Claremont Golf Course days may be numbered as business revenue declines

Despite the recent decline in care of the driving range, the Claremont Golf Course remains a welcome 9-holed outlet for Claremont residents and students. But the local fairways and putting greens may soon be a thing of the past.

Despite feigned ignorance from the Claremont University Consortium’s board of directors, who manage the college-owned community space on behalf of the colleges, a recent statement issued by Dennis Bishop, president and CEO of the local golf circuit, suggests the recreational facility might be on its last course.

“Due to a steady and steep decline in revenue since 2008, the Claremont Golf Course is facing serious economic challenges,” Mr. Bishop revealed in a statement published in an August 28 Facebook post. “The [Claremont Golf Course’s Board of Directors] opted to see whether revenue and use of the facility would improve during the summer. The result, however, was a continuing decline in revenues.”

“Given these economic challenges, the Board is re-assessing its options, including the possible closure of the course,” Mr. Bishop continues. “A final decision will not be made until later this year.”

Rumors of the potential closure began circulating in recent weeks after several instructors alleged they were told to stop booking golf classes in the latter part of this year. In phone calls with the COURIER, however, Consortium board members and Mr. Bishop denied the potential closure.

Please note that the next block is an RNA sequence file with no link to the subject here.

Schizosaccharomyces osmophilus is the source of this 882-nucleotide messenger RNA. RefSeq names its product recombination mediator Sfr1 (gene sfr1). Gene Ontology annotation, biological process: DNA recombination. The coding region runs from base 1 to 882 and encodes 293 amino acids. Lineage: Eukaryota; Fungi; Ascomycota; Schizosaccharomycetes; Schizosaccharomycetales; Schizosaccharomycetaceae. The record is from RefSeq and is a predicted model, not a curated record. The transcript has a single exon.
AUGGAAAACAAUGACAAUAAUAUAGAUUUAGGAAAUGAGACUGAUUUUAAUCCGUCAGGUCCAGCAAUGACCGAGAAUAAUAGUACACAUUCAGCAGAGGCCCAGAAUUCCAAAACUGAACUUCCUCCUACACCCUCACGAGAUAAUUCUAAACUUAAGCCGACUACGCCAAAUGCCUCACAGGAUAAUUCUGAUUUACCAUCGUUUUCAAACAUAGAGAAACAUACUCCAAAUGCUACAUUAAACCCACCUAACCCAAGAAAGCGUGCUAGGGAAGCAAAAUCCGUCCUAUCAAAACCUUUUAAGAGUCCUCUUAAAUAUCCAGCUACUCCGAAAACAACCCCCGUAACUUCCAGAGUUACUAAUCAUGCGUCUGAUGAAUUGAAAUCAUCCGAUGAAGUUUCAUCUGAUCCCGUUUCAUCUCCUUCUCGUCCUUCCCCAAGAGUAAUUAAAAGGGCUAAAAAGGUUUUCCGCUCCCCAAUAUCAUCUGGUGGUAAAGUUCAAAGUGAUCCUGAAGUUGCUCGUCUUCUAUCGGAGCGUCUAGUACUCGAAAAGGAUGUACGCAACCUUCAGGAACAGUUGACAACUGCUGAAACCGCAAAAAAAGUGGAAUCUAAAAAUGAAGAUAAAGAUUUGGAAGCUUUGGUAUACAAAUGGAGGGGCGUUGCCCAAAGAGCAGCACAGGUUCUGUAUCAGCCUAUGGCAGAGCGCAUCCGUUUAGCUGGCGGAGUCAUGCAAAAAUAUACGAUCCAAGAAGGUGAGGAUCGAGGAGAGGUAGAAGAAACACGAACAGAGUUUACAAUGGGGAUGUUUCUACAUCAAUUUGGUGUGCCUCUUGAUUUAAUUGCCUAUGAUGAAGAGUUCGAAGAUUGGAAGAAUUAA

“The golf course has not been a topic for discussion at the CUC Board,” said Bonnie Clemens, secretary to the Board of Overseers and assistant to the CEO of the Consortium.

In a previous phone conversation with Mr. Bishop, he admitted the golf course had faced economic challenges, but said there were no plans to close the city’s only golf course.

The hush-hush policy was reversed on Friday, August 30 when Mr. Bishop directed the COURIER to the Facebook post. Questions were not immediately answered and Mr. Bishop is asking that queries about the potential closure be directed in written correspondence for consideration.

Golfing at the Indian Hill Boulevard facility has been a staple in the Claremont community since around 1900, according to Lavinia Larson in her book Claremont Then and Now. A real estate agent who owned the land let Claremont College faculty borrow the space for use as a golf course in exchange for paying off the taxes.

The Indian Hill Golf Club carried on despite the original clubhouse burning down in 1942. But, it eventually closed because of economic challenges during World War II then reopened in the late 1950s. During this time, a portion of the golf course owned by Ellen B. Scripps was purchased by Ellen Bixby to be developed into the [Rancho] Santa Ana Botanic Garden, according to Ruth Henzie, the former editor of the Claremont Women’s Golf Club newsletter. Negotiations between the Colleges and the botanic garden were concluded in 1950.

In the 1970s, the Claremont Colleges considered expanding the 9-hole course to an 18-hole course—the vision never came to fruition after the Colleges opted to save the land for future development of a new college, according to Ms. Henzie.  

Considering how quiet golf course representatives have been about the matter, it is likely that many regular guests are not aware of the course’s potential closure. News on the Claremont Golf Course will be updated on our website as the story develops.

—Beth Hartnett


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